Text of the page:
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    Cited by:

    1. Patrick Macnamara, 2015. "Limited Re-Entry And Business Cycles," Journal of Economic Development, Chung-Ang Unviersity, Department of Economics, vol. 40(4), pages 1-40, December.
    2. Yoonsoo Lee & Toshihiko Mukoyama, 2008. "Entry, Exit, and Plant-Level Dynamics over the Business Cycle," Working Papers 08-17, Center for Economic Studies, U.S. Census Bureau.
    3. Florin O. Bilbiie & Fabio Ghironi & Marc J. Melitz, 2012. "Endogenous Entry, Product Variety, and Business Cycles," Journal of Political Economy, University of Chicago Press, vol. 120(2), pages 304-345.
    4. Leo Kaas & Philipp Kircher, 2015. "Efficient Firm Dynamics in a Frictional Labor Market," American Economic Review, American Economic Association, pages 3030-3060.
    5. Marcelo Veracierto, 2008. "Firing Costs And Business Cycle Fluctuations," International Economic Review, Department of Economics, University of Pennsylvania and Osaka University Institute of Social and Economic Research Association, vol. 49(1), pages 1-39, February.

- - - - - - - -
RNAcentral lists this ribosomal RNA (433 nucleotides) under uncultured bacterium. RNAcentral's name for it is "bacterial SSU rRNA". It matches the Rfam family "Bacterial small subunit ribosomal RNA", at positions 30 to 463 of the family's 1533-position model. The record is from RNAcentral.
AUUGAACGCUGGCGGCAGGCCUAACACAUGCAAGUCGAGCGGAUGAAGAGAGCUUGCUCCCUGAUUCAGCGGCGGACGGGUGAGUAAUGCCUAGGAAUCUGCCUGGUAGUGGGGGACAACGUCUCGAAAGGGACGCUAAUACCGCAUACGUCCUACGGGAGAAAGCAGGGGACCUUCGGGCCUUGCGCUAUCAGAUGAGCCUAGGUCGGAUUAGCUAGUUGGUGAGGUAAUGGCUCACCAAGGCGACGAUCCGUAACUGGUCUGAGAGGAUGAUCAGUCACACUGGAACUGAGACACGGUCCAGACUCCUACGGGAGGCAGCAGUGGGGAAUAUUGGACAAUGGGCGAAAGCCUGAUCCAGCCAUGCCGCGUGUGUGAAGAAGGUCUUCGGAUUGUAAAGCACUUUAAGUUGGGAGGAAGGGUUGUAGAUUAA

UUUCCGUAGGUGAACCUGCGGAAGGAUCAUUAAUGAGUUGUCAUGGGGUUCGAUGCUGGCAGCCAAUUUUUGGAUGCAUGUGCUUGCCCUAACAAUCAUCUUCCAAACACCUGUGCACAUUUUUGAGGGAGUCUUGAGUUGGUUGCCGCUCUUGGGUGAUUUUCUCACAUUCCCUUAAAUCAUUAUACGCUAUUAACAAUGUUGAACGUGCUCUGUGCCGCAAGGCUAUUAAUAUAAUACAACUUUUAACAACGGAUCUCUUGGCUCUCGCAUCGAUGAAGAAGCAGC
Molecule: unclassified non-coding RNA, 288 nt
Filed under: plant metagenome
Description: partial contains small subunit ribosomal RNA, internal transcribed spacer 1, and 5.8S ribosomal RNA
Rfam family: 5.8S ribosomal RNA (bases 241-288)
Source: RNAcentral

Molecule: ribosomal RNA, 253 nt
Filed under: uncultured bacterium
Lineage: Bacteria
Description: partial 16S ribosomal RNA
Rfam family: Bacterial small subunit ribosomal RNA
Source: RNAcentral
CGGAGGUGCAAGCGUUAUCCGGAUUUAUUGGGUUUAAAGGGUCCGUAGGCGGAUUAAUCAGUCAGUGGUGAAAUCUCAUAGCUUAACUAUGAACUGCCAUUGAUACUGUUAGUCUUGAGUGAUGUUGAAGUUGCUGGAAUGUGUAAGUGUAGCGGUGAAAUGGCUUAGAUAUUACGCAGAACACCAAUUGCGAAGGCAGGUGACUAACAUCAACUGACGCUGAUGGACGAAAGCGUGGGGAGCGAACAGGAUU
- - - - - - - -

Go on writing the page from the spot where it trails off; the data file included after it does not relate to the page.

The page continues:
6. Miguel Casares & Jean-Christophe Poutineau, 2014. "A DSGE model with endogenous entry and exit," Carleton Economic Papers 14-06, Carleton University, Department of Economics.
    7. Pavol Majher, 2015. "Firm entry and exit, investment irreversibility, and business cycle dynamics," Vienna Economics Papers 1513, University of Vienna, Department of Economics.
    8. Masashige Hamano & Francesco Zanetti, 2017. "Endogenous Turnover and Macroeconomic Dynamics," Review of Economic Dynamics, Elsevier for the Society for Economic Dynamics, vol. 26, pages 263-279, October.
    9. Mikel Casares, 2015. "Entry and exit in recent US business cycles," Documentos de Trabajo - Lan Gaiak Departamento de Economía - Universidad Pública de Navarra 1503, Departamento de Economía - Universidad Pública de Navarra.
    10. Samaniego, Roberto M. & Sun, Juliana Y., 2015. "Technology and contractions: evidence from manufacturing," European Economic Review, Elsevier, vol. 79(C), pages 172-195.
    11. Horag Choi & George Alessandria, 2009. "The Role of Exporting and Trade for Entry over the Business Cycle," 2009 Meeting Papers 355, Society for Economic Dynamics.